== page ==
The recent High Court order banning the use of hi-decibel amplifiers and sound systems during the festive season came as a relief to the citizens…
I vividly remember last year, I was in the car and stuck in traffic near Mitra Mandal due to a carnival like procession of jeeps and truck trailers that had huge sound systems and lights, all to commemorate a mass leader’s birth anniversary.
The high decibel soundtracks literally made my heart pound and the ground felt like it was hit by a quake.
To add to this, there were hundreds of youngsters in a frenzy of dance that seemed to be a victory over the waiting traffic. I eventually called a senior police officer who was kind to have his force come and ease the situation.
The Mumbai HC ban on using sound amplifying systems like DJ and Dolby during the 10 day festival and immersion certainly spelt relief for a majority of our citizens, particularly, those residing in the city and paths.
With permission (for the use of such sound systems) not accorded for Navratri either, I am hoping this would mean and apply to any special occasion that involves a gathering of people on our roads.
The state government’s submission to a petition by a sound system company, which the HC saw merit in, stated that DJ and Dolby sound systems are a major cause of noise pollution, emanating over 100 decibels.
As per the Noise Pollution Rules of 2000, the maximum decibel levels permitted are between 50 and 75 decibels during the day and 40 to 70 decibels at night.
While the Police was right in taking action against Mandals violating this rule, the protests from corporators, almost threatening that there would be no immersion without Dolby systems was totally uncalled for.
Predictably, over 150 Ganesh Mandals violated the HC order during immersion, resulting in high noise levels and contempt of court. Pune Police has begun the process of initiating action.
Similar scenes were witnessed when the Pune police followed a circular of the State Government and made helmets mandatory.
One often wonders who these corporators are batting for, considering, they have been elected as representatives of the people and are expected to do justice to their roles.
It is note worthy to mention here that there have been several petitions in various High Courts and the Supreme Court against noise pollution, from around the country, particularly during the late 1990. One of them was from a citizen who was horrified to read a news item that the cries of a 13 year old girl who was being raped could not be heard due to a loudspeaker blaring in the vicinity for a religious function.
The Supreme Court in the year 2000 clearly laid out restrictions on noise pollution levels. The SC was lucid in mentioning that between 10pm and 6 am you cannot use any amplifier in public places that disturbs people in the neighbourhoods.
Thus, the maximum time in Pune for blaring loudspeakers in marriages and public functions is strictly 10 pm. Beyond 10 pm, any citizen can dial 100 and report to the police and yes, the do answer and attend to the matter. You are welcome to try it, in case of any such incident in your neighbourhood and avoid the suffering or disturbance.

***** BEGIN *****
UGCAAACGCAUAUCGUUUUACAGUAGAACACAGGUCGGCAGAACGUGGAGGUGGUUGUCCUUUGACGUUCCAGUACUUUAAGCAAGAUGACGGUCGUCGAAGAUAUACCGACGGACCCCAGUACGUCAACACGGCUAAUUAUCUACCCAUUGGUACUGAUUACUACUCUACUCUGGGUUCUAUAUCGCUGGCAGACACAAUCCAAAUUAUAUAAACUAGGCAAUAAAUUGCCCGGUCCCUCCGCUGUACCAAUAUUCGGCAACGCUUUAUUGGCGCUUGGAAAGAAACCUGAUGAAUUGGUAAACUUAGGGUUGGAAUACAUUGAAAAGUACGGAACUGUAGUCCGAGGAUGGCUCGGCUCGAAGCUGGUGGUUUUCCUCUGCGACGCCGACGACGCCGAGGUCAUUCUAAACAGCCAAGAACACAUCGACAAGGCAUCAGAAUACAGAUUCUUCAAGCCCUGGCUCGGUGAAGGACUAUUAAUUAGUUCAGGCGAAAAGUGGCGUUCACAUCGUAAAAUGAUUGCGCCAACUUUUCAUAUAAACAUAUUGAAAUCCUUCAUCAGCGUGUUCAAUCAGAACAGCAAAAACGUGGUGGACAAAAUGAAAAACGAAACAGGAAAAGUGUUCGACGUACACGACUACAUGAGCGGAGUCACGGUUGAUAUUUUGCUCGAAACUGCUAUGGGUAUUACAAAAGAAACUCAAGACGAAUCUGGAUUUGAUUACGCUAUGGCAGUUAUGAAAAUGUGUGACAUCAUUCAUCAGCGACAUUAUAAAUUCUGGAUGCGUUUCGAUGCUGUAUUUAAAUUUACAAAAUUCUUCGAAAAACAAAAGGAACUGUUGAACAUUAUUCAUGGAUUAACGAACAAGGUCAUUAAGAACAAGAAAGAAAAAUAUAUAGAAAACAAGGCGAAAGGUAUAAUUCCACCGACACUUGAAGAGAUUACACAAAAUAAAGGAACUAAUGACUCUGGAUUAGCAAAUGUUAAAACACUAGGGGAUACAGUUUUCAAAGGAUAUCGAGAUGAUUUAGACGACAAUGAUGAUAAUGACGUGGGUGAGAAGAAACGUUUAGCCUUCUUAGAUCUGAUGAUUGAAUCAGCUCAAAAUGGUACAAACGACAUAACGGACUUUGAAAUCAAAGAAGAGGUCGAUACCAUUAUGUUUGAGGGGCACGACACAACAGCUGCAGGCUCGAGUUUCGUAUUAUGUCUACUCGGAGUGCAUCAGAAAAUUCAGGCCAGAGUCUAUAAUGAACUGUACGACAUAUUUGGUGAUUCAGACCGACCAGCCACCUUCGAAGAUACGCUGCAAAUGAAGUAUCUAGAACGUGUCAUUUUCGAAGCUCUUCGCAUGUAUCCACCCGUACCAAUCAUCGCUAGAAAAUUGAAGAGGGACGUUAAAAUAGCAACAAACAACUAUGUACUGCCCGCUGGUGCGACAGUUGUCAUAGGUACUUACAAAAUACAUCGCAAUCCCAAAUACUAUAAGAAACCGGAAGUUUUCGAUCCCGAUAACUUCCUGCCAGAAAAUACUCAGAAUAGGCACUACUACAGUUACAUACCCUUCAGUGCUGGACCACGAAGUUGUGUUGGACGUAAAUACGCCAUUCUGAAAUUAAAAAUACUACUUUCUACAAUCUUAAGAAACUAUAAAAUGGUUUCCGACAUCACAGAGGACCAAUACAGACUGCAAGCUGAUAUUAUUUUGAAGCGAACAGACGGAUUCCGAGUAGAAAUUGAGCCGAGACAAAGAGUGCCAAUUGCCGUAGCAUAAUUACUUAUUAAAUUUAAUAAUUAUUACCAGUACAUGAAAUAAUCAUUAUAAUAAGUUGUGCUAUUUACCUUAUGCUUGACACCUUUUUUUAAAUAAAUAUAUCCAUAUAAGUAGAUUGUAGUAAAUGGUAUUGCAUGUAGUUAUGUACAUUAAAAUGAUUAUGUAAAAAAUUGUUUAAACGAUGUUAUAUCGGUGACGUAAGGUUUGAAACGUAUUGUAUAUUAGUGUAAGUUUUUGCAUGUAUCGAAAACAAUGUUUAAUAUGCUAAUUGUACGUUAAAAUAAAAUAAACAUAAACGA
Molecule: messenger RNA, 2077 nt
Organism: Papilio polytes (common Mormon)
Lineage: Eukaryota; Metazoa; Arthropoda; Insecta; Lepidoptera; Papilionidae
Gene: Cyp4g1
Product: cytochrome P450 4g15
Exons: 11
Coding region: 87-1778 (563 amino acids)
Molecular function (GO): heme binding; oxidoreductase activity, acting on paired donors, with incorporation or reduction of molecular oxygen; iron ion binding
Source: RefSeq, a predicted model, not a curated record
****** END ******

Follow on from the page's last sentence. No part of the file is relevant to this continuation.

In one of the Supreme Court judgments, the bench spelt out the definition and implication of noise pollution thus:
‘Noise as nuisance and health hazard: Noise is more than just a nuisance. It constitutes a real and present danger to people’s health. Day and night, at home, at work, and at play, noise can produce serious physical and psychological stress. No one is immune to this stress. Though we seem to adjust to noise by ignoring it, the ear, in fact, never closes and the body still responds-sometimes with extreme tension, as to a strange sound in the night.
‘In the modern day, noise has become one of the major pollutants and it has serious effects on human health. Effects of noise depend upon sound’s pitch, its frequency and time pattern and length of exposure. Noise has both auditory and non-auditory effects depending upon the intensity and the duration of the noise level. It affects sleep, hearing, communication, mental and physical health. It may even lead to the madness of people.’’
Students who may be having examinations during the festive period and; senior citizens are adversely affected by noise pollution. Many elderly and young families move out of peth areas to stay with their relatives who reside in peripheral areas. Moreover, sound systems like the Dolbys and DJs create a ruckus and do not effuse respect or obeisance for Lord Ganesha who we look up to, for all our intellectual pursuits and good omen for the start of any of our life’s activities.
In fact, we ought to monitor and check sound levels at restaurants too! Quite recently, I met a few of my editorial friends at an internationally cafe chains outlet on Fergusson College. It was nothing less than a fish market with sound levels that were unbelievable and we were left with no option but to move elsewhere to get some quiet.
It doesn’t stop here and several posh restaurants are much like this at night, rendering it virtually impossible to enjoy a peaceful evening that encourages good conversation.
That's Vinita Deshmukh, Senior journalist and RTI activist who believes in journalism that reflects the views and needs of the common man.
Get Real And Stay Relevant says Vinita,